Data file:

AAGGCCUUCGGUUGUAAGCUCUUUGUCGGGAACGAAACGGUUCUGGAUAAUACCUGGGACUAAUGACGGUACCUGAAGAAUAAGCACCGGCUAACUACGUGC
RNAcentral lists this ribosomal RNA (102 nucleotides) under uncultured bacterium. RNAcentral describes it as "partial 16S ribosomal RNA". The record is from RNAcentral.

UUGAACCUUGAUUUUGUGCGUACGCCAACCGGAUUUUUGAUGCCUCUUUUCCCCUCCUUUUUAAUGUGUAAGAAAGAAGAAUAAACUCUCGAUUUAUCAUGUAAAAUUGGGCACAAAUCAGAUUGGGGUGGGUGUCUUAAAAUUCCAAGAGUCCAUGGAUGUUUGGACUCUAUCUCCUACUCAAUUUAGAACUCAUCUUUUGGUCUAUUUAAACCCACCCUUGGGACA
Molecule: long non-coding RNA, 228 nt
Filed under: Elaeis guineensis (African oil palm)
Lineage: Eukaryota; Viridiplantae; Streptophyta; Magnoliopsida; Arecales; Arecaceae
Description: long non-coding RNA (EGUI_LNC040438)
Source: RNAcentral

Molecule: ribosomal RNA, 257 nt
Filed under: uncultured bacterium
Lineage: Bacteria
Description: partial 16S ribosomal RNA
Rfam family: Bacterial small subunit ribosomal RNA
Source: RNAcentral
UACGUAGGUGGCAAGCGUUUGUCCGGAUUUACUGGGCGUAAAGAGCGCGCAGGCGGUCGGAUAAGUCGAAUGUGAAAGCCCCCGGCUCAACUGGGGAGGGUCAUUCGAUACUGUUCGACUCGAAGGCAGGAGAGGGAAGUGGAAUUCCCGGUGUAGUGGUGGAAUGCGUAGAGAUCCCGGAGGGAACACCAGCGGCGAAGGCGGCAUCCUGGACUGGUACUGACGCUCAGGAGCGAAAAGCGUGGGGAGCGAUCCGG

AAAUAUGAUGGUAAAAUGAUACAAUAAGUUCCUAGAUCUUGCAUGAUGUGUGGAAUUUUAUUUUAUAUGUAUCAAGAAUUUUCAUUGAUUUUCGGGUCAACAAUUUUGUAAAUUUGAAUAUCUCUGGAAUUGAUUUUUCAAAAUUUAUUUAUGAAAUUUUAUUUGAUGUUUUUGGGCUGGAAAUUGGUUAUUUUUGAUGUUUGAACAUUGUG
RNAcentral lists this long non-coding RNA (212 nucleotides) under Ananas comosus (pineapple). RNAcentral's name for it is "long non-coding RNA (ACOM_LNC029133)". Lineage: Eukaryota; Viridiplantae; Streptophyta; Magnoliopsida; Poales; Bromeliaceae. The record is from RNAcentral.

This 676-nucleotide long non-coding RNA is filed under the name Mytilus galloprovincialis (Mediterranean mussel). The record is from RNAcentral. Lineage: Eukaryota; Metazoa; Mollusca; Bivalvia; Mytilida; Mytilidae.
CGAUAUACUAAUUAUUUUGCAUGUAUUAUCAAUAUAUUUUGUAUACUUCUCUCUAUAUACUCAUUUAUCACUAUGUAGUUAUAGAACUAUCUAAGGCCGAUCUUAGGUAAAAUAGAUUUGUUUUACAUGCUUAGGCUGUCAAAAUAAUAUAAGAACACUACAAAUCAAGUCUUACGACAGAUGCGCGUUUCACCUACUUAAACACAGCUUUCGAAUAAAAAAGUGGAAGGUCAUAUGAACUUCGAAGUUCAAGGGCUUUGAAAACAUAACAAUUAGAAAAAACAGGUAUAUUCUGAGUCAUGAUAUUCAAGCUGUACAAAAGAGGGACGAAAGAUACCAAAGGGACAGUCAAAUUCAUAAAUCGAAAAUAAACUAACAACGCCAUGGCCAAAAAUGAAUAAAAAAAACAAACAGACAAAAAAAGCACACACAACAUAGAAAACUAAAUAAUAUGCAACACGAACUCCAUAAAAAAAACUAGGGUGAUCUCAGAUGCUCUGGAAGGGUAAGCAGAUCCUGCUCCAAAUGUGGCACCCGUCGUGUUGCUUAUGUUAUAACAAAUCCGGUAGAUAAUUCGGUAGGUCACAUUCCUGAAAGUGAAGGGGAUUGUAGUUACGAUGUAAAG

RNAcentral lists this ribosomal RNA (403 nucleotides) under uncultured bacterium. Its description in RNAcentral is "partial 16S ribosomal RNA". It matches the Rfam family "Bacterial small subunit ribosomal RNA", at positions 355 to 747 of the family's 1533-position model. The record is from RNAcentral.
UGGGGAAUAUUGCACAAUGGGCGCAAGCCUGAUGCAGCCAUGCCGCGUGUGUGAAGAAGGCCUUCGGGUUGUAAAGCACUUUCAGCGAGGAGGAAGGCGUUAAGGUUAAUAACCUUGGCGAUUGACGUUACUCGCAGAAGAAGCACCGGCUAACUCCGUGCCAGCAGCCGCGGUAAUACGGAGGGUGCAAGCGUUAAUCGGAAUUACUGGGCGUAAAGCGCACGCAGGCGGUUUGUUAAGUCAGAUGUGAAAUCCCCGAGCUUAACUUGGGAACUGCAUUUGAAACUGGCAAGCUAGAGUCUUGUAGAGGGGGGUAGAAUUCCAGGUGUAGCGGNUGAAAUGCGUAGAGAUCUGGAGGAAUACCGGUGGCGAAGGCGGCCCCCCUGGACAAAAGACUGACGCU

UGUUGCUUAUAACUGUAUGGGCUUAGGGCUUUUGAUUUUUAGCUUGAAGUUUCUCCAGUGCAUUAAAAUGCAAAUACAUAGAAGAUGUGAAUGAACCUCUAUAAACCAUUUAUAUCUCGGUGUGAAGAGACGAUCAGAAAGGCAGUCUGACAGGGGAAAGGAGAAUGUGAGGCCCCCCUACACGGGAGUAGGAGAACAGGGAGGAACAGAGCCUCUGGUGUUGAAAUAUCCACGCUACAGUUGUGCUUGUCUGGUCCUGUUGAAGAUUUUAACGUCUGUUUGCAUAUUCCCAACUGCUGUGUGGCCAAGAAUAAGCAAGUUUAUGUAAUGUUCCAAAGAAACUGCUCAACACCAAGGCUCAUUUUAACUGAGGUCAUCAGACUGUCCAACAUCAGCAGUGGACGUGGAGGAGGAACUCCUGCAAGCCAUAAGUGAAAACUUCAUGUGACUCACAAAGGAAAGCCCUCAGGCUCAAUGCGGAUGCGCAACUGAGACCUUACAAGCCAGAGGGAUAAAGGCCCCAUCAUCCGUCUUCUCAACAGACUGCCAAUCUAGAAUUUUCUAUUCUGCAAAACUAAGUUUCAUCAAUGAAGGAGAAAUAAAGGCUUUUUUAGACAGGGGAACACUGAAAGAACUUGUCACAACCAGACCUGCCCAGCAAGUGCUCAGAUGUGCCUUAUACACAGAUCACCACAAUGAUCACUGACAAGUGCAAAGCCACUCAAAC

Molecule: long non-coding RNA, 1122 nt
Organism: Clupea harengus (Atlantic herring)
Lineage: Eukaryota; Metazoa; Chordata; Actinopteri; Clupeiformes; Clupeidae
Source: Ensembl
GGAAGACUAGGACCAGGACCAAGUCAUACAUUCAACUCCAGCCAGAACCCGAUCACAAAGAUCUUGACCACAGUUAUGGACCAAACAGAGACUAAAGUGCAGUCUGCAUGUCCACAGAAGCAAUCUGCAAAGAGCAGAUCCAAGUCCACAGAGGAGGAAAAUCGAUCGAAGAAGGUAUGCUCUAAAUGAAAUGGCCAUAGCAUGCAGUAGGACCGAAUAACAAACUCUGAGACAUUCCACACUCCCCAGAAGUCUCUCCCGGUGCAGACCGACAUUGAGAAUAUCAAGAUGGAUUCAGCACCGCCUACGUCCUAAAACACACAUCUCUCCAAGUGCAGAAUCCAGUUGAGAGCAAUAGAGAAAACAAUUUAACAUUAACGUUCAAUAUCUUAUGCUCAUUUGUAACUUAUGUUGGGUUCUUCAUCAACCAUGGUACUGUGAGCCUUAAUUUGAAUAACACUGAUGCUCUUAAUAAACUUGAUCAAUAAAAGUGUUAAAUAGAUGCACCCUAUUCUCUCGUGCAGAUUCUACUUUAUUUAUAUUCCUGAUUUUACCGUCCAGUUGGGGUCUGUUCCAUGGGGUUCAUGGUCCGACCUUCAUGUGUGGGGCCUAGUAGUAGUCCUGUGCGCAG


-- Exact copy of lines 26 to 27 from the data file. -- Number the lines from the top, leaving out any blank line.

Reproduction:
Source: Ensembl
GGAAGACUAGGACCAGGACCAAGUCAUACAUUCAACUCCAGCCAGAACCCGAUCACAAAGAUCUUGACCACAGUUAUGGACCAAACAGAGACUAAAGUGCAGUCUGCAUGUCCACAGAAGCAAUCUGCAAAGAGCAGAUCCAAGUCCACAGAGGAGGAAAAUCGAUCGAAGAAGGUAUGCUCUAAAUGAAAUGGCCAUAGCAUGCAGUAGGACCGAAUAACAAACUCUGAGACAUUCCACACUCCCCAGAAGUCUCUCCCGGUGCAGACCGACAUUGAGAAUAUCAAGAUGGAUUCAGCACCGCCUACGUCCUAAAACACACAUCUCUCCAAGUGCAGAAUCCAGUUGAGAGCAAUAGAGAAAACAAUUUAACAUUAACGUUCAAUAUCUUAUGCUCAUUUGUAACUUAUGUUGGGUUCUUCAUCAACCAUGGUACUGUGAGCCUUAAUUUGAAUAACACUGAUGCUCUUAAUAAACUUGAUCAAUAAAAGUGUUAAAUAGAUGCACCCUAUUCUCUCGUGCAGAUUCUACUUUAUUUAUAUUCCUGAUUUUACCGUCCAGUUGGGGUCUGUUCCAUGGGGUUCAUGGUCCGACCUUCAUGUGUGGGGCCUAGUAGUAGUCCUGUGCGCAG